Madalyn Denton ’16 (Middletown) recently appeared in the local press for her nonprofit’s growing success, which includes a $10,000 grant from eBay Inc. Maddy started the nonprofit “Goodness Now” in collaboration with her church, Middletown United Methodist, in the fall of 2014 to provide weekend meals to elementary school children who depend on free or reduced-cost lunches during the week as a main source of nourishment.
She came up with the idea when her church and youth group were looking for a new cause to help the local community. Maddy had noticed during Hurricane Sandy, which greatly devastated the coastal towns throughout Monmouth and Ocean Counties, that the schools needed to open right away not only for academic purposes but because so many children relied on their school for food. “There are 7,400 children in Monmouth County who are food-deprived,” she says. “It really shocked me that kids less than 2 miles away from me are going to bed hungry every night.”
Each Sunday, Maddy and her family—including her brother Andrew ’18 and Ranney foreign exchange student Madeleine Migilianico ’15—grocery shop and fill backpacks with nonperishable items, such as oatmeal, breakfast bars, soup, pasta and tuna. The goal is to ensure that each child has two breakfasts, two lunches and two dinners for the weekend. Her church helps deliver the bags to a local school where one-third of the student body is eligible for free or reduced-cost lunches. Teachers discreetly place the packs in students’ bags; everything is done anonymously.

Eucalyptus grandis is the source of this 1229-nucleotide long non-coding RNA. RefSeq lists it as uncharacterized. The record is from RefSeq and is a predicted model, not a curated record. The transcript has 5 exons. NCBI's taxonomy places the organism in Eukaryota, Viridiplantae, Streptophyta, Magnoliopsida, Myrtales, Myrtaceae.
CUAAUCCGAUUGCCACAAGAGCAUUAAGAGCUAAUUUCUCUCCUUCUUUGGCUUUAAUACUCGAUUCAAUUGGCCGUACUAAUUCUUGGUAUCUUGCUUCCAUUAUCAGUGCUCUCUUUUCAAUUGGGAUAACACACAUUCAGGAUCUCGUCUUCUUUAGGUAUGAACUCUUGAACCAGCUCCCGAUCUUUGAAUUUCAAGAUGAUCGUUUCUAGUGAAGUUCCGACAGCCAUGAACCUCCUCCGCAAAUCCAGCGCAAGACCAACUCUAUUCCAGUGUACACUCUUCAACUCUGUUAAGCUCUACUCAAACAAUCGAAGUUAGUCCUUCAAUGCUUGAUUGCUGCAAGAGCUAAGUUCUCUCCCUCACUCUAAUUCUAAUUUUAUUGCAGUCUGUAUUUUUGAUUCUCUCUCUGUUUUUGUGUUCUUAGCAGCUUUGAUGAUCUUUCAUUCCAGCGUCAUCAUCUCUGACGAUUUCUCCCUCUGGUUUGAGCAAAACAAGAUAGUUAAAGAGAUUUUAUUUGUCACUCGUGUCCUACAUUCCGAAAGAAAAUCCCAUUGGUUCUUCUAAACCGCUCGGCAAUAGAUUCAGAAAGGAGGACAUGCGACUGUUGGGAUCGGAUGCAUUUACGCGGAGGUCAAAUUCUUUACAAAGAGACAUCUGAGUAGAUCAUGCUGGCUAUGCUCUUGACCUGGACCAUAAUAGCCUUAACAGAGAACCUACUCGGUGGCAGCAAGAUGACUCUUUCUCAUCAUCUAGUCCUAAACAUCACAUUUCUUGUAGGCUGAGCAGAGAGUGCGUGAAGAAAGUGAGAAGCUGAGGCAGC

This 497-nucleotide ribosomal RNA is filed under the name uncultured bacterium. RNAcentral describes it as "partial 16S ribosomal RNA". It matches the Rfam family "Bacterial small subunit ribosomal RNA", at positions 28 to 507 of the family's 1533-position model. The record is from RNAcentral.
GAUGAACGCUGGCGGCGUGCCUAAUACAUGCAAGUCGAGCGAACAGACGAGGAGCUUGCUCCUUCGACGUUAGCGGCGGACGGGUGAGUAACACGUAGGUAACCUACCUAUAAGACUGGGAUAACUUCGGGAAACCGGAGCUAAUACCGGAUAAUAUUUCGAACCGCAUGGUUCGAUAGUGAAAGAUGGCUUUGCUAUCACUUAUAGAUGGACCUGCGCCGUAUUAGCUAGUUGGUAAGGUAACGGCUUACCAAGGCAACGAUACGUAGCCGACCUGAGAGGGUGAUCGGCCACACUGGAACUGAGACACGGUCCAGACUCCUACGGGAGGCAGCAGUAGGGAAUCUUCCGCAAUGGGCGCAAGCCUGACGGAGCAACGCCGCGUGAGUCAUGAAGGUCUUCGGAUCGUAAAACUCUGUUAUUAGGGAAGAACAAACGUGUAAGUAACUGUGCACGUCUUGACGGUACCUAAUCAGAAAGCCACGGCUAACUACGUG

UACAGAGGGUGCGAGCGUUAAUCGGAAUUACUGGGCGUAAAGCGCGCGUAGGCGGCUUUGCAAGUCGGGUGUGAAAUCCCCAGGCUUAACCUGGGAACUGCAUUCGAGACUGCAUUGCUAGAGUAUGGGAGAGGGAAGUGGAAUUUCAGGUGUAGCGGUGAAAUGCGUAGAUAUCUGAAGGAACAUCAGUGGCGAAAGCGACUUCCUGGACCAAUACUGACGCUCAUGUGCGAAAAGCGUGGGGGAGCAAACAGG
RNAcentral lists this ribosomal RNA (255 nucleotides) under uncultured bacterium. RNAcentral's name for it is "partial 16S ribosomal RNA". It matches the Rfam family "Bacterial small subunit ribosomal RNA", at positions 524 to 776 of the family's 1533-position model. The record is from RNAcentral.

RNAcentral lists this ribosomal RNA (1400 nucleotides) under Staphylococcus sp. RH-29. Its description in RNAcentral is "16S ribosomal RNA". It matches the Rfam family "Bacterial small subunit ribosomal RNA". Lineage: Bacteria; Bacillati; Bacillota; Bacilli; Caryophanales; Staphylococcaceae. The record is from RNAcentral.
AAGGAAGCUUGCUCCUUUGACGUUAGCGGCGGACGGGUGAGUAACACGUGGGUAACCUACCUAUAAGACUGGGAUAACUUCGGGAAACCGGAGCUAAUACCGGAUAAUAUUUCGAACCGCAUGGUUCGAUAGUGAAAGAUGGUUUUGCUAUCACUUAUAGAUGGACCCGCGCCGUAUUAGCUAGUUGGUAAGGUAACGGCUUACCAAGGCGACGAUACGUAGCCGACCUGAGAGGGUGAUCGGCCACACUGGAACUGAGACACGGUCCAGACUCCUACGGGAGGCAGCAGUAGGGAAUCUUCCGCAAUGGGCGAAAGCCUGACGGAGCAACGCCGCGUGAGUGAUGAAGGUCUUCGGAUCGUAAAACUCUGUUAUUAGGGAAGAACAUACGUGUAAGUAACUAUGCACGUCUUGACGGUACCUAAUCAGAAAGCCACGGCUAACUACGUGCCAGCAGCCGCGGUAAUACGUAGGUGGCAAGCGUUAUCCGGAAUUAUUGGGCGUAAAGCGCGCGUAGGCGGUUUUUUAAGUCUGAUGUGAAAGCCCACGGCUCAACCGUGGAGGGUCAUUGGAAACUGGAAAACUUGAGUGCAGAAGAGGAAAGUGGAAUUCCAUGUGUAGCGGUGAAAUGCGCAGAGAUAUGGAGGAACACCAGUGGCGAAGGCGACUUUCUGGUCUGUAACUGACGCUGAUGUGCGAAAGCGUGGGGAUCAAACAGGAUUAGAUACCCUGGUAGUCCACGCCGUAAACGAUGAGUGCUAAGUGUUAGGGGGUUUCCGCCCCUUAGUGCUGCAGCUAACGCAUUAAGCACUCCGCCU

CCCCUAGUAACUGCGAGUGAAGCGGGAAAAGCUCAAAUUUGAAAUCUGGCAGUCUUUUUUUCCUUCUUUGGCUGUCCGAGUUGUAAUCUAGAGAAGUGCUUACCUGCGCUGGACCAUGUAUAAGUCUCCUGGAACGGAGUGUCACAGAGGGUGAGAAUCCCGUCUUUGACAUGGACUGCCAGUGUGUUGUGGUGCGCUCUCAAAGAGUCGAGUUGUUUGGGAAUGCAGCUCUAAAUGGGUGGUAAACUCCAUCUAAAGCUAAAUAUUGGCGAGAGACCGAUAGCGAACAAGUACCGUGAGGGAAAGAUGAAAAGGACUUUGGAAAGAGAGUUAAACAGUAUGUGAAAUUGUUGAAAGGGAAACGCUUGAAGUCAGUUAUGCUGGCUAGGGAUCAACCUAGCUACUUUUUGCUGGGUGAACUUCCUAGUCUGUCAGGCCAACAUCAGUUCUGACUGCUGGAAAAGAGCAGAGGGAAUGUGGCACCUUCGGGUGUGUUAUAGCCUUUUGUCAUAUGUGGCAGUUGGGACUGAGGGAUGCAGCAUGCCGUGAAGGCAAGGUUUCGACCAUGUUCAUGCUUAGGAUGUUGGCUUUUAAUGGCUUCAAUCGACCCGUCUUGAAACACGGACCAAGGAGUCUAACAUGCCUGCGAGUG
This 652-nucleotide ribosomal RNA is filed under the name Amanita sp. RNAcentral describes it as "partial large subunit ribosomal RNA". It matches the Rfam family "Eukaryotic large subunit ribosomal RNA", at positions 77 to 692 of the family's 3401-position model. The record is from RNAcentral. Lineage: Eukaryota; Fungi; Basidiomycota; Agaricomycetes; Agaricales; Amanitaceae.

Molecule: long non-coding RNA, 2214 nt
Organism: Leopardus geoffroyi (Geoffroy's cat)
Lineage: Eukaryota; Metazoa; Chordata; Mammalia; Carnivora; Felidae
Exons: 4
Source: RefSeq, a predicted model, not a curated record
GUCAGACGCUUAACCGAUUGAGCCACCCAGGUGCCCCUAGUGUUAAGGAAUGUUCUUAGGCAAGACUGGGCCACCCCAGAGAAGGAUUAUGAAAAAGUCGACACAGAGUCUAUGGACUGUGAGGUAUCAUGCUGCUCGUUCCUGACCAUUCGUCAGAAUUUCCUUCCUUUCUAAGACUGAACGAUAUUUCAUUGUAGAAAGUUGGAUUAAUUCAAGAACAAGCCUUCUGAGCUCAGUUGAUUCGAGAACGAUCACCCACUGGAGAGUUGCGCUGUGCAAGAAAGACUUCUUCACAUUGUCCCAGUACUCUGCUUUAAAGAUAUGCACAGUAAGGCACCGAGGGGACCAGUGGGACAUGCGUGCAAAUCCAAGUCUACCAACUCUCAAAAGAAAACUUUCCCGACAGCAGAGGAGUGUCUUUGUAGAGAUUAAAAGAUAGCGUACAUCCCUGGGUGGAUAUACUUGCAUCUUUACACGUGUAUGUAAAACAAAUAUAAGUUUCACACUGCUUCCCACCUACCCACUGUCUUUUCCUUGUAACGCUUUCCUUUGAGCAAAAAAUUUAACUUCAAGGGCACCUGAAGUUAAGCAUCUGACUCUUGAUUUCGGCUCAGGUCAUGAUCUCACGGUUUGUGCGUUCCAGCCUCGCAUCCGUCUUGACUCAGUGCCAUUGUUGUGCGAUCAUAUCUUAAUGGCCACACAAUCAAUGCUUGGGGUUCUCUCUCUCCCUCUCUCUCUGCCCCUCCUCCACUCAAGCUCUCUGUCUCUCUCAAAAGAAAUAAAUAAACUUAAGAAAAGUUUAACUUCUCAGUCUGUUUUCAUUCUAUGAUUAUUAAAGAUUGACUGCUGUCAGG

Under Maddy’s leadership and the partnership with her church, Goodness Now began with a budget of $3000 and, through the use of social media and fundraising, quickly doubled its budget. The New York GIVE Team at eBay heard about Goodness Now through Facebook and held its own food drive to help. The team then nominated Goodness Now for eBay’s global grant program. “We were one of 45 global nonprofits to receive a $10,000 grant,” says Maddy.
The grant and successful fundraising efforts have allowed Goodness Now to serve 30 children each week, up from 20; to raise its backpack budget from $5.00 to $6.00 each; and to commit to providing weekend meals for 30 students through the end of the 2015-16 school year. Goodness Now also receives food donations, including from local bakeries and even Nabisco. The donations go a long way, says Maddy, as $6.00 doesn’t buy that much food—Costco’s bulk items make a huge difference!
Looking ahead, Maddy hopes to get more Ranney students involved with Goodness Now and is looking at ideas with her church to expand the program’s budget and the number of schools and students in need that it reaches. She says her younger brother Andrew may take over when she graduates from Ranney and goes onto college in 2016.
“It’s tough at first to start things,” she says. “People always have ideas, but I’ve learned you just have to get started. There will always be a 1,000 obstacles holding you back—you have to look them in the face, and say, ‘I’m not going to worry about you.’ My dad always told me that if you do goodness, you will get goodness back. That’s where the organization’s name Goodness Now came from. We had to take a leap of faith for this to happen—it could have fallen apart at any time, but if you believe in something and have a mindset for it to work, then nothing can stop you.”
Learn more about Goodness Now on shopforgoodness.com
.Read a local news media article about Maddy